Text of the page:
The wave of change that swept Zemaitis, 40, into office over incumbent Muriel Whitman, 83, also brought new blood onto the council. Those two new council members — Ron Sneed and Allen Schopp — both signed the petitions to have the charter changed. But it would take all three — Dudley, Sneed and Schopp — to vote to end the lawsuit, fire Scarritt, call for a special election, and/or make any charter change retroactive.

The fourth council member, Al Carrier, is unlikely to vote to do any of those things. Carrier, 73, is the remaining member of the old guard on the council. Carrier not only voted to sue Zemaitis, he supported Whitman during the election. And, last week, he voted against appointing Dudley, another public schoolteacher, as vice mayor.

The charter prevents public employees from serving as mayor, but it does not bar any other council member or the vice mayor from being a public employee.

That means a public employee can perform all the duties of mayor, as Dudley is doing temporarily, but cannot take the title of mayor.

What she said

Vice Mayor Wanda Dudley wrote e-mails to town attorney John Elias and to Tampa attorney Tom Scarritt, who is representing Kenneth City in its fight to keep Teresa Zemaitis from becoming mayor. Both say the case needs to be dropped and a way should be found to seat Zemaitis. Here are the e-mails.

23 Mar 2009

Subject: Kenneth City appeal

Dear Tom Scarritt,

We appreciate the work that you have completed on the work of the constitutionality of the Kenneth City charter. I realize your direction was from previous council, but we now have a new council. Kenneth City does not have the time nor the money to pursue this appeal.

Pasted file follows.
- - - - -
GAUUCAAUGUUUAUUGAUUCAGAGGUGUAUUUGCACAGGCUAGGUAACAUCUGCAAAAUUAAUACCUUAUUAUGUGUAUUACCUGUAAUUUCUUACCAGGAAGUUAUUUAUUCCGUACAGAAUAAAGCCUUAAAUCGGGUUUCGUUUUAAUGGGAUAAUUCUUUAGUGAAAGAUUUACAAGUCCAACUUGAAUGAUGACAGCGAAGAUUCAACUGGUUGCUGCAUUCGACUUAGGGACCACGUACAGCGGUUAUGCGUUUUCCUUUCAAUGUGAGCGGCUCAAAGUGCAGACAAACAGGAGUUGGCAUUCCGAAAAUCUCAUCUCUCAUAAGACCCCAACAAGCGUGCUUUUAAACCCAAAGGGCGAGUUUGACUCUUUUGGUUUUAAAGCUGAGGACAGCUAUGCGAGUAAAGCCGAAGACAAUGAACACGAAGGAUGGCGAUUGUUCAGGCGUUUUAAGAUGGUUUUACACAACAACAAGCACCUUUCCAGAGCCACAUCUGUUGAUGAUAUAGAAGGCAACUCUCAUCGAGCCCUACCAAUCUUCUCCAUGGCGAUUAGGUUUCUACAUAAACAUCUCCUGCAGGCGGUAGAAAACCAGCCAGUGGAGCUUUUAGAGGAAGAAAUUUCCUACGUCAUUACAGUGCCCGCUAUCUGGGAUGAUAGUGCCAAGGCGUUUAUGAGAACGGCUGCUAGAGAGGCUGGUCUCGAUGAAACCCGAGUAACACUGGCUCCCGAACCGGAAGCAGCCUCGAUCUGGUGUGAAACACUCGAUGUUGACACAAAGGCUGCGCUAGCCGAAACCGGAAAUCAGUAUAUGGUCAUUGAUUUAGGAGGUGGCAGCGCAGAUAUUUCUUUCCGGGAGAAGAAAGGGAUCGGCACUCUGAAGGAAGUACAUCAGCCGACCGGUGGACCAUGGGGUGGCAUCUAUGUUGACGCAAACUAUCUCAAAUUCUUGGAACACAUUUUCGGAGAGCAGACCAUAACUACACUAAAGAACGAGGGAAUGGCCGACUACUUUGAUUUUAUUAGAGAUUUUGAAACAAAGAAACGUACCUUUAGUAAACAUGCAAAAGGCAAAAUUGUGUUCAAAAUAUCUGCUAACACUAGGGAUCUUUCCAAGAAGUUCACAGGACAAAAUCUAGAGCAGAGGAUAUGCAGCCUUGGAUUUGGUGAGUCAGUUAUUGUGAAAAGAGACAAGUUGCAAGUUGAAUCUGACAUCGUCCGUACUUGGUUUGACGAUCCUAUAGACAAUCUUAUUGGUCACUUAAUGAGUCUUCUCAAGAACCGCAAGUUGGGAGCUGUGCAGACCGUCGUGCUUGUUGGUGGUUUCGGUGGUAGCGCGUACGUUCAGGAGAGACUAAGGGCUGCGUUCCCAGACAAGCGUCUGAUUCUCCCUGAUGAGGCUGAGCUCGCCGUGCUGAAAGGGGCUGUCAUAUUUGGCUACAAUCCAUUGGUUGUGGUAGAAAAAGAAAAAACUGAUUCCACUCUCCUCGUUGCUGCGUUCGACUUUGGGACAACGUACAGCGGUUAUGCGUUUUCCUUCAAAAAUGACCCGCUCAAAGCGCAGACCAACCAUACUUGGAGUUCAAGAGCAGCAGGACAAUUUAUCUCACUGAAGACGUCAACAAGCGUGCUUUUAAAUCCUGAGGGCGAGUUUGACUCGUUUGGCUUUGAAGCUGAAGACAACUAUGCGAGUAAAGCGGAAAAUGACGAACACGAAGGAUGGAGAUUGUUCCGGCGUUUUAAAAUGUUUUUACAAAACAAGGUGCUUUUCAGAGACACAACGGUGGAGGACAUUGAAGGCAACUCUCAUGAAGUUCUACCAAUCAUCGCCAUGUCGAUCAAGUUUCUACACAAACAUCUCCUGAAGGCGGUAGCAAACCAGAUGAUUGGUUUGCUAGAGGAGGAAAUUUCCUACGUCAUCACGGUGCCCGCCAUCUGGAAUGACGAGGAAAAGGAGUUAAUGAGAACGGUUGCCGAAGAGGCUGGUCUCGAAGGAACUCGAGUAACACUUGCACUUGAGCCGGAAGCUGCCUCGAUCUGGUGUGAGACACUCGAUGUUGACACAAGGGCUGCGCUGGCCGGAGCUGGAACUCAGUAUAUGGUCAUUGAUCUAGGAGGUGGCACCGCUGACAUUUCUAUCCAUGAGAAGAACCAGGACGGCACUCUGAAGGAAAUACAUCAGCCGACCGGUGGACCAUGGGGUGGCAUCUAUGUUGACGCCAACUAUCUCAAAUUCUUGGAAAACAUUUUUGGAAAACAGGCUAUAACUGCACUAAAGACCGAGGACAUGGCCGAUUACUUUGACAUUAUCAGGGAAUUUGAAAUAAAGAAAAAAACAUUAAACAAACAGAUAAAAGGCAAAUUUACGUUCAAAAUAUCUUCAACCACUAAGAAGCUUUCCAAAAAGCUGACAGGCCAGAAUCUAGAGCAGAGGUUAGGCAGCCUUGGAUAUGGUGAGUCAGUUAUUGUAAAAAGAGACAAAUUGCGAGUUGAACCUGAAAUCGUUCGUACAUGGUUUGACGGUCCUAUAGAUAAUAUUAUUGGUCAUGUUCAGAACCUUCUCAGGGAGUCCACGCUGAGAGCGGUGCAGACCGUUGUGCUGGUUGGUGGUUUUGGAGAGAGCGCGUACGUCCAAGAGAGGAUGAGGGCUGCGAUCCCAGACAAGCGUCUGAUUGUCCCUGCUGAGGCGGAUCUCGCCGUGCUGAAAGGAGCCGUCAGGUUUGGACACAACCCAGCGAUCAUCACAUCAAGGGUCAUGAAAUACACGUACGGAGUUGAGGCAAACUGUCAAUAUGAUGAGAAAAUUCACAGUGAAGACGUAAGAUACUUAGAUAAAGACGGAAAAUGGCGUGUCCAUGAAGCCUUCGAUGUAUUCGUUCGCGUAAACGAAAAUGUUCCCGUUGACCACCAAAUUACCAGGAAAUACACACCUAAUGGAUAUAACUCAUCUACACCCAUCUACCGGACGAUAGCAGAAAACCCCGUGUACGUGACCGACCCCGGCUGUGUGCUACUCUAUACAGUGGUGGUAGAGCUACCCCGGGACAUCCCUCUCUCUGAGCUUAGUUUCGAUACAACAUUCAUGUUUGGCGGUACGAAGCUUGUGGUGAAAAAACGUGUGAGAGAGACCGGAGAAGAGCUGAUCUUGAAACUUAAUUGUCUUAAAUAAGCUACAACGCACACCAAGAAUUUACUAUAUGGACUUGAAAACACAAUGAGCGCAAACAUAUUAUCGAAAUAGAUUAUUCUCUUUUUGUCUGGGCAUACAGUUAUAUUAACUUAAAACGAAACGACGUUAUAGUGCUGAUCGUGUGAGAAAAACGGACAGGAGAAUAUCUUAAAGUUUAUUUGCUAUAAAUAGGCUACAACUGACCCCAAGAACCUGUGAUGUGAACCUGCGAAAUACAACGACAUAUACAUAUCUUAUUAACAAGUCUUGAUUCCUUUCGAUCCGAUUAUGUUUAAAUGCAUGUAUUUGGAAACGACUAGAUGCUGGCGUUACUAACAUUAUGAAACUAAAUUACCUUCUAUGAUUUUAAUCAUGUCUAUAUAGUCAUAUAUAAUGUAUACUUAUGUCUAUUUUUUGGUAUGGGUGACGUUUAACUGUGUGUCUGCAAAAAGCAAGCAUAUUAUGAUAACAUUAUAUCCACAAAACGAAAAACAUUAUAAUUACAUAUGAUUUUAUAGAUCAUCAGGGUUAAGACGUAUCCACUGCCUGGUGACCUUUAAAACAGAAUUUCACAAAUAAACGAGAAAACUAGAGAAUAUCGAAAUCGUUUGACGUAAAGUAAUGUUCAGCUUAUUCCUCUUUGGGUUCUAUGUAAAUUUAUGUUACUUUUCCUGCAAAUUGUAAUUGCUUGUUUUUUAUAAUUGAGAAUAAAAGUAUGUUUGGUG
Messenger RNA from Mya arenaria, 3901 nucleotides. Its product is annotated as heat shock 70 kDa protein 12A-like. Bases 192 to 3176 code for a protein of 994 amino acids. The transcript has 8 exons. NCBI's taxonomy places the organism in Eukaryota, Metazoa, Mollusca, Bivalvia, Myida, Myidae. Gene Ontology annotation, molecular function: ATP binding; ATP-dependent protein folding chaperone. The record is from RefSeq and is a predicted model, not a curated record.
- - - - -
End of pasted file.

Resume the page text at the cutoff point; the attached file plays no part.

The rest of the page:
I believe that continuing on this path of appeal is fruitless and not in the best interest of Kenneth City. I need your help in providing Kenneth City a speedy remedy to the mayoral conflict. I intend to bring this issue up to the rest of council to discuss this direction.

Judging from the results of the last election, it is my belief that the town of Kenneth City is not interested in pursuing all the appeals in this case. I realize that this is an unusual circumstance that changes your orders of direction in defending the charter, however the people of Kenneth City have spoken loud and clear.

Is there anything you can do to plot a new course? It is my belief that, judging from the results of the election, the language in the charter that prohibits her from taking office does not have (a) valid municipal purpose.

In your opinion, how long do you think this appeal process will take?